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Quantum physics explained for wrestling fans

Wrestling squared circle

Albert Einstein was a Poffo-like genius, but struggled for most of his career to understand how a circle can also be squared.

While countless wrestling fans are well-versed in trivia about the sport — first Intercontinental Champion (Pat Patterson), real name of Hulk Hogan (Terry Hatcher), greatest wrestler ever (Mordecai) — most are woefully uninformed about the single most important scientific theory of the past century, quantum mechanics.

To help remedy this problem, the Kayfabe News Science Bureau has created this handy primer about quantum science, which is so easy even Eugene could understand it.

Quantum mechanics is the branch of physics that relates to subatomic particles like atoms, electrons, photons, and other high-flying cruiserweights of nature. 

It turns out that the subatomic realm behaves very differently than the world of our everyday experience, similar to how WrestleMania has a somewhat different feel than a Smackdown-brand Sunday matinee house show in Tallahassee. 

In the early 1900s, around the time that Frank Gotch and George Hackenschmidt squared off in one of pro wrestling’s most iconic showdowns, scientists began to “get smart” to the “work” of the universe. 

Albert Einstein, a genius of Poffo-like proportions, determined that the fabric of spacetime can be warped by massive objects, like how the ring collapses every goddamn time the Big Show gets superplexed. 

Einstein determined that time itself can speed up or slow down in relation to distance from massive objects, as evidenced by the way time seems to drag whenever Big Show is in the midst of a heel/face turn, or speed up when pint-sized Alexa Bliss is being filmed from behind. 

Other quantum pioneers, such as Neils Bohr and Erwin Schrodinger, determined that quantum states are indeterminate until observed, similar to how a dastardly heel’s rulebreaking does not exist unless directly observed by a referee.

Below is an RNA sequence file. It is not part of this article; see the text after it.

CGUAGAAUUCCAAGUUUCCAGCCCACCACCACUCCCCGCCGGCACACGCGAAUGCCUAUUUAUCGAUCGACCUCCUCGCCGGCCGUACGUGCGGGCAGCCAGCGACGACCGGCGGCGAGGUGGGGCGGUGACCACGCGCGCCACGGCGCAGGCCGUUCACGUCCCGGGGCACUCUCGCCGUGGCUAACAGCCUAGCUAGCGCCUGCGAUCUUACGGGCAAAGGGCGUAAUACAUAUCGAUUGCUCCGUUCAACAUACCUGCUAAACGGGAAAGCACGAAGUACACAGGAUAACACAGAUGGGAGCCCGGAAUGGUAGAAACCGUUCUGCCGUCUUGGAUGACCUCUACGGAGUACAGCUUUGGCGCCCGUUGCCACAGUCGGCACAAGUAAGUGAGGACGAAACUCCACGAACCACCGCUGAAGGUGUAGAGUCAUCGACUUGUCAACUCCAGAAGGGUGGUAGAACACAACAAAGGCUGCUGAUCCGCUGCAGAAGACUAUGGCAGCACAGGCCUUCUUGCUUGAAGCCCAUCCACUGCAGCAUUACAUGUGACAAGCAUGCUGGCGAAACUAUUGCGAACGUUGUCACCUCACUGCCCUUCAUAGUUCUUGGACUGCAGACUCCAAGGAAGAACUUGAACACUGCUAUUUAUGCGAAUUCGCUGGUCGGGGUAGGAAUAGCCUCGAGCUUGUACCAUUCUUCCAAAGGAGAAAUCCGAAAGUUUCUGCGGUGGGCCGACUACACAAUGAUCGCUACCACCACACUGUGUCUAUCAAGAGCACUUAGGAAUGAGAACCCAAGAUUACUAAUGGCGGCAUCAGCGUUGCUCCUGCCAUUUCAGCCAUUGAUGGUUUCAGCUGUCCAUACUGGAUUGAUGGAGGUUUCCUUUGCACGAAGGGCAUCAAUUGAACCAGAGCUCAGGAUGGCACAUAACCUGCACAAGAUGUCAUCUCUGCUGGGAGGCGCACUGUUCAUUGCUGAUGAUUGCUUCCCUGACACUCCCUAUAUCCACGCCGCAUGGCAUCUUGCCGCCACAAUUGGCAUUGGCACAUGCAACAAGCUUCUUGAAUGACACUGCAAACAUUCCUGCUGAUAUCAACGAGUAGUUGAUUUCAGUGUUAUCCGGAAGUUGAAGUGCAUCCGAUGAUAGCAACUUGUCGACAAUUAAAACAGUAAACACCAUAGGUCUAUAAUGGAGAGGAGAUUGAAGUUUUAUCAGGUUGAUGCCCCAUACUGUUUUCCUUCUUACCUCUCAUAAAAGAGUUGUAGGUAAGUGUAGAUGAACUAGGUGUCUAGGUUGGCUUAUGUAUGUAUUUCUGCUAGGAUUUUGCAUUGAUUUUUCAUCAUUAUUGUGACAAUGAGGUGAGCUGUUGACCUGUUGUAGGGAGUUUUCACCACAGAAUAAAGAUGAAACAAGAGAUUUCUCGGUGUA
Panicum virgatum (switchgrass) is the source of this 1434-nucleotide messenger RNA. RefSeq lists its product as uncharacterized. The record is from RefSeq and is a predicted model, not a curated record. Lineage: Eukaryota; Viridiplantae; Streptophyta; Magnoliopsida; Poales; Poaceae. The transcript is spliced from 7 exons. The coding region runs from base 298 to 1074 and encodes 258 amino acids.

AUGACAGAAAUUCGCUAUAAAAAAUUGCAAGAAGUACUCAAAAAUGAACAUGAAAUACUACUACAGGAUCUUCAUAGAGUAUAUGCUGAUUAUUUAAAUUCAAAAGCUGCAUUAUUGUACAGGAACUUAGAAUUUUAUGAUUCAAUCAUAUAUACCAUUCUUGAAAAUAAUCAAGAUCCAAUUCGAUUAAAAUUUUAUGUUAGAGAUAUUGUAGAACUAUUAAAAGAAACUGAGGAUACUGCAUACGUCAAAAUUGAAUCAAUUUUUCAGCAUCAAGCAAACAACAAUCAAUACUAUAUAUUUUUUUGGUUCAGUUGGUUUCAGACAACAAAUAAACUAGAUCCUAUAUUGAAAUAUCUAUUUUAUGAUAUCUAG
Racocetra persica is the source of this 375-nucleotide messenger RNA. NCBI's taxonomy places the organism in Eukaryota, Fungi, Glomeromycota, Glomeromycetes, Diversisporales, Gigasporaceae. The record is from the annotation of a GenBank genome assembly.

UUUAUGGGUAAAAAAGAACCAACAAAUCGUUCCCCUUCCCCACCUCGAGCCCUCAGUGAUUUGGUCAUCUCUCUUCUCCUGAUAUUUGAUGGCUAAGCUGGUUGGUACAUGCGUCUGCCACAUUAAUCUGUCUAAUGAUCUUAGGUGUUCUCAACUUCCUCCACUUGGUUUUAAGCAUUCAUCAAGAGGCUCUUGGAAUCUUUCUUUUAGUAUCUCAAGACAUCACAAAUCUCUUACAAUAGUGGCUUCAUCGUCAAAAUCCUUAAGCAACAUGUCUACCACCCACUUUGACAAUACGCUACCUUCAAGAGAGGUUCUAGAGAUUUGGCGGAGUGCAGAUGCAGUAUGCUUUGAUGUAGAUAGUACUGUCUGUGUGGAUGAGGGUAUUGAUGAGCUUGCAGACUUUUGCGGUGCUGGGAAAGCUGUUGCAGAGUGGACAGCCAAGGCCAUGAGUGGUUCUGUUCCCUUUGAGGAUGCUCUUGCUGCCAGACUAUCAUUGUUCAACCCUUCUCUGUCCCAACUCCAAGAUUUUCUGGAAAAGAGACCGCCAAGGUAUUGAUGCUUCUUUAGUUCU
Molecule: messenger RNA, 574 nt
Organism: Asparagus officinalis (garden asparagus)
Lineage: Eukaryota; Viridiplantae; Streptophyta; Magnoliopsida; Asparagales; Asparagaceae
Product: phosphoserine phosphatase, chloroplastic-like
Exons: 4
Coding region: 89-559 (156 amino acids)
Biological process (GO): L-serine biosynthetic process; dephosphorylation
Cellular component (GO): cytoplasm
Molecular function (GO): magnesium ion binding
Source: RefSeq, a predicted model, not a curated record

To demonstrate this idea, Schrodinger devised a now-famous thought experiment in which a cat in a box with a randomized poison trigger is simultaneously both alive and dead at the same time, much like how Vince McMahon was both alive and dead when his limousine exploded (until he was observed alive and unscathed the following week, presumably due to quantum teleportation). 

Among the counter-intuitive phenomena in quantum mechanics is something called entanglement, whereby two particles are intrinsically linked, such that when one particle in an entangled pair does something, its partner does exactly the same thing. Think of it like a double-dropkick by The Rock & Roll Express — when Gibson jumps, it seems Morton cannot help but also jump at precisely the same moment. 

Quantum science may seem obscure and confusing, like the ownership of TNA or any Ultimate Warrior promo, but quantum mechanics underlies practically every technology we use today, from the WWE App to the WWE Network to the Google algorithms that allow you to search “Diva nipple pics” after your seventh beer of the evening. 

Scientists are now developing ultra-powerful quantum computers that will harness quantum laws to make incredible information-processing advances, such as calculating the number of times Triple H has said “this business” (even the best supercomputers on Earth currently melt down trying to crunch that enormous number). 

We hope this guide has been helpful. Although quantum science may seem tricky, it’s no more mind-boggling than the question of why millions of people around the world tune in every week to watch greased-up musclemen play-fight in their underpants. 

 

 

 

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